If two were three? TEF fan fiction

One notable feature of the transition between TEF year 2 and TEF year 3 has been the commitment from the Department for Education (DfE) to improving and modifying the process.

Despite the general welcome for the year 2 results, there are clearly ways (in the eyes of everyone from ministers down) in which the results could better reflect the performance of the sector.

That incredible machine again

One of the most eye-catching interventions since TEF2 has been the downgrading of National Student Survey (NSS) data in the calculation of the initial hypothesis. For TEF3, the three NSS-derived criteria (on “The Teaching On My Course”, “Assessment and Feedback” and “Academic Support”) are weighted at 0.5, with the three other criteria (skilled and highly skilled employment derived from the Destination of Leavers from HE (DLHE) survey, and non-continuation from the HESA Student dataset) remaining at 1.0.

These six criteria are used to construct an initial hypothesis, which is then tested against other sources (including split metrics, supplementary metrics, contextual information, and the institutional statement) to produce the final award level of gold, silver or bronze.

In the initial hypothesis stage of TEF2:

  • institutions with 3 or more positive flags and no negative flags were given a gold
  • any institution with 2 or more negative flags was given a bronze
  • and all the others were given a silver

But for the initial hypothesis stage of TEF3:

  • institutions with 2.5 or more positive flags and no negative flags were given a gold
  • any institution with 1.5 or more negative flags was given a bronze
  • and all the others were given a silver

Alternate reality

We’ve used the new rules and applied them to the TEF2 data to create alternative initial hypotheses. These results do not represent what would have happened had institutions entered TEF3 – you can see it more of an alternate-universe TEF2.

We’ve no way of modelling the latter parts of the process (the role of the assessors and panel) – for these purposes, that is essentially a black box. So I’ve assumed that the black box would act in the same way with the new data (that an institution that had their award raised – or lowered – during this process would see the same result). There *have* been some suggestions that the raising/lowering after the initial hypothesis could apply to particular flags – we don’t know that for sure so we’ve not modelled it here.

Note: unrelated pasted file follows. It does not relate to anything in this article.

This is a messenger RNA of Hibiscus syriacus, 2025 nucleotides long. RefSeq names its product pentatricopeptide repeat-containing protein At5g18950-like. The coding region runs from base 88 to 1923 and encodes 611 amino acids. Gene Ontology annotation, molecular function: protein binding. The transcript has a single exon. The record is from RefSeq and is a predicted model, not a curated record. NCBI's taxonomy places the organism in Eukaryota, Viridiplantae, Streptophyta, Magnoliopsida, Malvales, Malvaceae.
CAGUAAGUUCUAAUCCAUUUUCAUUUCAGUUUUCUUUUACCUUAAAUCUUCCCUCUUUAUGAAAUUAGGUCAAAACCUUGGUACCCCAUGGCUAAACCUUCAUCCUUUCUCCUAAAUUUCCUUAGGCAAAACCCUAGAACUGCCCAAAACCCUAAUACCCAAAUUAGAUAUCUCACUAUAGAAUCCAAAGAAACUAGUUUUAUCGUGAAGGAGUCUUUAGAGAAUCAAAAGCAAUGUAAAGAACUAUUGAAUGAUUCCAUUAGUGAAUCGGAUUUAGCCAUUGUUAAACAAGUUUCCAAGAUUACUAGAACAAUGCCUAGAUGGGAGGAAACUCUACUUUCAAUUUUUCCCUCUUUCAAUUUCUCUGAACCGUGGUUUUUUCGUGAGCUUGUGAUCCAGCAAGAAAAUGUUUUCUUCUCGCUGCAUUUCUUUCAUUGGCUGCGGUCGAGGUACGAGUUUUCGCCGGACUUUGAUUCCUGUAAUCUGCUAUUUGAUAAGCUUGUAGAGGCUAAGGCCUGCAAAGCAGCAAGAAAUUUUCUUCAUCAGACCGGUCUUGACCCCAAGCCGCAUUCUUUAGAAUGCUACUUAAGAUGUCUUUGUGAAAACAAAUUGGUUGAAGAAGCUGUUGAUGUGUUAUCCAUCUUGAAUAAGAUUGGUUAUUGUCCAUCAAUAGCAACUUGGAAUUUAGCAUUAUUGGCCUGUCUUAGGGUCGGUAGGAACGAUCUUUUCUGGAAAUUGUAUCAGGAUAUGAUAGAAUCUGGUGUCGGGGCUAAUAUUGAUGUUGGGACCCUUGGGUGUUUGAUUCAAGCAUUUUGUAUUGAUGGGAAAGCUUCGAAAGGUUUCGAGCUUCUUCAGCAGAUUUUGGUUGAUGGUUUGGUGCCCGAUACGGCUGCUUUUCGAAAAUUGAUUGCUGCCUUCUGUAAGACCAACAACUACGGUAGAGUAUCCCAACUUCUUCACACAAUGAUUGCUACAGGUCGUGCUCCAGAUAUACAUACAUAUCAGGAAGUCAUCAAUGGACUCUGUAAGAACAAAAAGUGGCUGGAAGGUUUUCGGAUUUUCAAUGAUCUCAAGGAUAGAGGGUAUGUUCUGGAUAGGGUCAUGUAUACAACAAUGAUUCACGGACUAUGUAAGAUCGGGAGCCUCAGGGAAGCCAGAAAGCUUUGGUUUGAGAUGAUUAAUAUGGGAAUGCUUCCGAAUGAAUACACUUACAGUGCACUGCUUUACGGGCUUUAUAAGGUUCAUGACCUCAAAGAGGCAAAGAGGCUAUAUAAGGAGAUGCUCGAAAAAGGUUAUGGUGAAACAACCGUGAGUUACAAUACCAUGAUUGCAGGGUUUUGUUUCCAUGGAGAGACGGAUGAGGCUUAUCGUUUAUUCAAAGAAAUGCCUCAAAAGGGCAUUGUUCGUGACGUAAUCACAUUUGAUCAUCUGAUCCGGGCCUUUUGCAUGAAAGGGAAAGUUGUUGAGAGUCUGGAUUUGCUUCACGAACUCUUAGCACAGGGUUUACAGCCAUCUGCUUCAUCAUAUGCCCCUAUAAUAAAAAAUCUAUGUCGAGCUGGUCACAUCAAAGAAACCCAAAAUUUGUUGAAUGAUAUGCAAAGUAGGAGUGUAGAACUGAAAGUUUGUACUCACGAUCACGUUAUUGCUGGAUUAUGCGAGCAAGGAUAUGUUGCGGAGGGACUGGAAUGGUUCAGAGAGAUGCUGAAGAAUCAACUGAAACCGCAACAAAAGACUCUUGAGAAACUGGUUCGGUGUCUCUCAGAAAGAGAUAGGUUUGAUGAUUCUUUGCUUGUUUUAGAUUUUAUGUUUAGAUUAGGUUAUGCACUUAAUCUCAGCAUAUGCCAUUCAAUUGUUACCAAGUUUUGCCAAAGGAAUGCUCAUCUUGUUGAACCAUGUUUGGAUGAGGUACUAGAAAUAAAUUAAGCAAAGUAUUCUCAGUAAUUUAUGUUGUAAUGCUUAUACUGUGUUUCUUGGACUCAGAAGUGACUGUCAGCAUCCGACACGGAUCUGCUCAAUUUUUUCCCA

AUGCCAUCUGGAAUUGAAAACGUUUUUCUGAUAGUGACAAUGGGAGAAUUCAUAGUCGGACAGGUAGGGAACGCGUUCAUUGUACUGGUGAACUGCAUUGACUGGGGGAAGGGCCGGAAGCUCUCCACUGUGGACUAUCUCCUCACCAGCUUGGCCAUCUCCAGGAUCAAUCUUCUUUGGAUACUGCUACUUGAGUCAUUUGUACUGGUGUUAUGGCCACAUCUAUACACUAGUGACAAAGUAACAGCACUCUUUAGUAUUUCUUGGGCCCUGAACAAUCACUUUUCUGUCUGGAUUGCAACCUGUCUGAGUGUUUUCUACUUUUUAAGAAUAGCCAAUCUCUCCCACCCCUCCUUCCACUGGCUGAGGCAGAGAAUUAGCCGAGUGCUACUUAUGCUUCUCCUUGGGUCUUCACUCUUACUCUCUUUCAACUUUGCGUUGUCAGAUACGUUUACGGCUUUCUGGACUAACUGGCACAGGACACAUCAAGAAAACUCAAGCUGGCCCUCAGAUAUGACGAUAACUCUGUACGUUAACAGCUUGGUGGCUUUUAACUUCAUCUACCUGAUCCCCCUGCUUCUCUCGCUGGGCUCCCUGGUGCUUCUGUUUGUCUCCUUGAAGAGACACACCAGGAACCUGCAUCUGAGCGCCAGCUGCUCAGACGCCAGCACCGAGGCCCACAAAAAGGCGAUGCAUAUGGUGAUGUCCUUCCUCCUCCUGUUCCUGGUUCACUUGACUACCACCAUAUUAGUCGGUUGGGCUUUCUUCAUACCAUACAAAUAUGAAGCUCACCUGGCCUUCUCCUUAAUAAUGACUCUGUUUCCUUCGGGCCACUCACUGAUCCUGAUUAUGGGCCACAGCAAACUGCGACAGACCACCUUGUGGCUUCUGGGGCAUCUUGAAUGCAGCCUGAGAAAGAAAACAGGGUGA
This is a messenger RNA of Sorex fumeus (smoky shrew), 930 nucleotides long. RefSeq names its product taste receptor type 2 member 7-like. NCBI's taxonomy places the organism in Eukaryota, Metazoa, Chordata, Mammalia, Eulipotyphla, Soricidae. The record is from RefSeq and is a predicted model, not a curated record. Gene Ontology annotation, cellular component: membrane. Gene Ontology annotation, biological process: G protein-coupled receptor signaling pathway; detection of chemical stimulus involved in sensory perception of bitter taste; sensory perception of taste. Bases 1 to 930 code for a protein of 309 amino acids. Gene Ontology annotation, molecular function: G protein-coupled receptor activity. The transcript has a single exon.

So here – in the famous words of Jim Bowen from Bullseye – is what you could have won:


I’ve got three different visualisations on three different tabs. The first shows the overall split between bronze, silver and gold awards under the old TEF2 rules and the new TEF3 ones. There are fewer gold awards overall, and slightly more bronzes. There are exactly the same number of silver awards. So the general movement has been downwards – gold to silver, and silver to bronze.

The second tab shows the imputed TEF awards (TEF3 rules) as colours, sorted into columns showing the actual TEF2 awards. By default I’ve shown only the institutions that have a change of award between the two (you can use the “difference” control to adjust this).

Had TEF2 been run under TEF3 rules, Bristol, UCL, West London, Bradford, the Royal Agricultural University, Ravensbourne, Loughborough College, and KCL would all have been awarded gold rather than silver. Bishop Burton College, Trinity Laban, Southampton, and York St John would move from bronze to silver.

Those are the hypothetical winners – but there would also be a large number of losers under these rules, in particular FE colleges. Among HEIs, Bangor, Liverpool Hope, Nottingham Trent, Rose Bruford, Royal Central, Northampton, Derby, and Dundee would all be looking at silver rather than their current golds, with Birkbeck and Chichester slipping from silver to bronze.

The third tab compares the initial hypothesis under TEF2 and TEF3 rules, ignoring the effects of the latter parts of the TEF process. Fascinatingly, we see fewer institutions meeting the criteria for gold and bronze under the newer rules, suggesting that TEF3 will place greater emphasis on the more “holistic” parts of the process.

What’s the difference?

This exercise, of course, is primarily for a bit of wonky fun. TEF fan fiction, if you will. But what we see here is an appreciable difference between TEF2 and TEF3 playing out in a simulation using real data.

You can bet that DfE and OfS have both run a similar simulation – these changes would be outcomes, it must be assumed, that would make those responsible happier. Is this the TEF2 that Jo Johnson really wanted?

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